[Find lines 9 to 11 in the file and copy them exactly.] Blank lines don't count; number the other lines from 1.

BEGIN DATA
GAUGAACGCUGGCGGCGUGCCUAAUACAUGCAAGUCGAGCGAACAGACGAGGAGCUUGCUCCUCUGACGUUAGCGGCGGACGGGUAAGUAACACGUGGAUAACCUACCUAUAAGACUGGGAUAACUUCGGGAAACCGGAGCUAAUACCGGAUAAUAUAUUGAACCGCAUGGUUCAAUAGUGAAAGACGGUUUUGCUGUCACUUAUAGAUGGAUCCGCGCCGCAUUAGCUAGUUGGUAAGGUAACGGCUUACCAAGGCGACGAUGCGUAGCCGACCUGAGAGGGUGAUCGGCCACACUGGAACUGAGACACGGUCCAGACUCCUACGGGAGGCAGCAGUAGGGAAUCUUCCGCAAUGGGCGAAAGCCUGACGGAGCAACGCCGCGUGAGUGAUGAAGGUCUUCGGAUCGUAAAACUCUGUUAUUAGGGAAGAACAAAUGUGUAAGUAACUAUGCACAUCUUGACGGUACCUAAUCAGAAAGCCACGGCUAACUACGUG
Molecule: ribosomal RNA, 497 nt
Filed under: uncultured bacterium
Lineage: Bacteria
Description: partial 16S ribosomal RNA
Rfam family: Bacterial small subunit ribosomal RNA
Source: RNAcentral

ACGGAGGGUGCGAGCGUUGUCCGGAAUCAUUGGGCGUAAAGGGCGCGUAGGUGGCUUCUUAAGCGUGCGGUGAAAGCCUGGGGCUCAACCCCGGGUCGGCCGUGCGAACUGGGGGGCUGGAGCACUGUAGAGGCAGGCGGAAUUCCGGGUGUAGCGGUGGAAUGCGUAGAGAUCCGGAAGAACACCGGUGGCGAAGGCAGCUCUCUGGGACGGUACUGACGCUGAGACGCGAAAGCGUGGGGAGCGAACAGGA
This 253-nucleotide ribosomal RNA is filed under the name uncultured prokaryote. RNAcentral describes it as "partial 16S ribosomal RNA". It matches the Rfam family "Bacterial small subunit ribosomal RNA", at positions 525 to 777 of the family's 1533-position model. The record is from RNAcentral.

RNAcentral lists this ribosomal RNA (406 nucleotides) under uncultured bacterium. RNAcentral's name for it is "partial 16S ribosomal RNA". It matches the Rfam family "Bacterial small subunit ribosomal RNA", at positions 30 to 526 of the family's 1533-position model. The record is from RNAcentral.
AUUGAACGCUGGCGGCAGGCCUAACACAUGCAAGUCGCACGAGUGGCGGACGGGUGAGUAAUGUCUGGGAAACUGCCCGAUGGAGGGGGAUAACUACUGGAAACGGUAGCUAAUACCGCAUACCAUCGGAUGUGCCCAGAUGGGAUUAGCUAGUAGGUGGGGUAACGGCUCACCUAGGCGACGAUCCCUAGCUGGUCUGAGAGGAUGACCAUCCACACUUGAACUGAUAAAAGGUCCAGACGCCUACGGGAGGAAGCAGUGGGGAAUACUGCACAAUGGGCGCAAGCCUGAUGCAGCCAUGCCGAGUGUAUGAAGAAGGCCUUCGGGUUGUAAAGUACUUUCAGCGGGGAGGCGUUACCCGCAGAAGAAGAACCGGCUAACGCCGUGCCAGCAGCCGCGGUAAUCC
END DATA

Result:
This 253-nucleotide ribosomal RNA is filed under the name uncultured prokaryote. RNAcentral describes it as "partial 16S ribosomal RNA". It matches the Rfam family "Bacterial small subunit ribosomal RNA", at positions 525 to 777 of the family's 1533-position model. The record is from RNAcentral.

RNAcentral lists this ribosomal RNA (406 nucleotides) under uncultured bacterium. RNAcentral's name for it is "partial 16S ribosomal RNA". It matches the Rfam family "Bacterial small subunit ribosomal RNA", at positions 30 to 526 of the family's 1533-position model. The record is from RNAcentral.
AUUGAACGCUGGCGGCAGGCCUAACACAUGCAAGUCGCACGAGUGGCGGACGGGUGAGUAAUGUCUGGGAAACUGCCCGAUGGAGGGGGAUAACUACUGGAAACGGUAGCUAAUACCGCAUACCAUCGGAUGUGCCCAGAUGGGAUUAGCUAGUAGGUGGGGUAACGGCUCACCUAGGCGACGAUCCCUAGCUGGUCUGAGAGGAUGACCAUCCACACUUGAACUGAUAAAAGGUCCAGACGCCUACGGGAGGAAGCAGUGGGGAAUACUGCACAAUGGGCGCAAGCCUGAUGCAGCCAUGCCGAGUGUAUGAAGAAGGCCUUCGGGUUGUAAAGUACUUUCAGCGGGGAGGCGUUACCCGCAGAAGAAGAACCGGCUAACGCCGUGCCAGCAGCCGCGGUAAUCC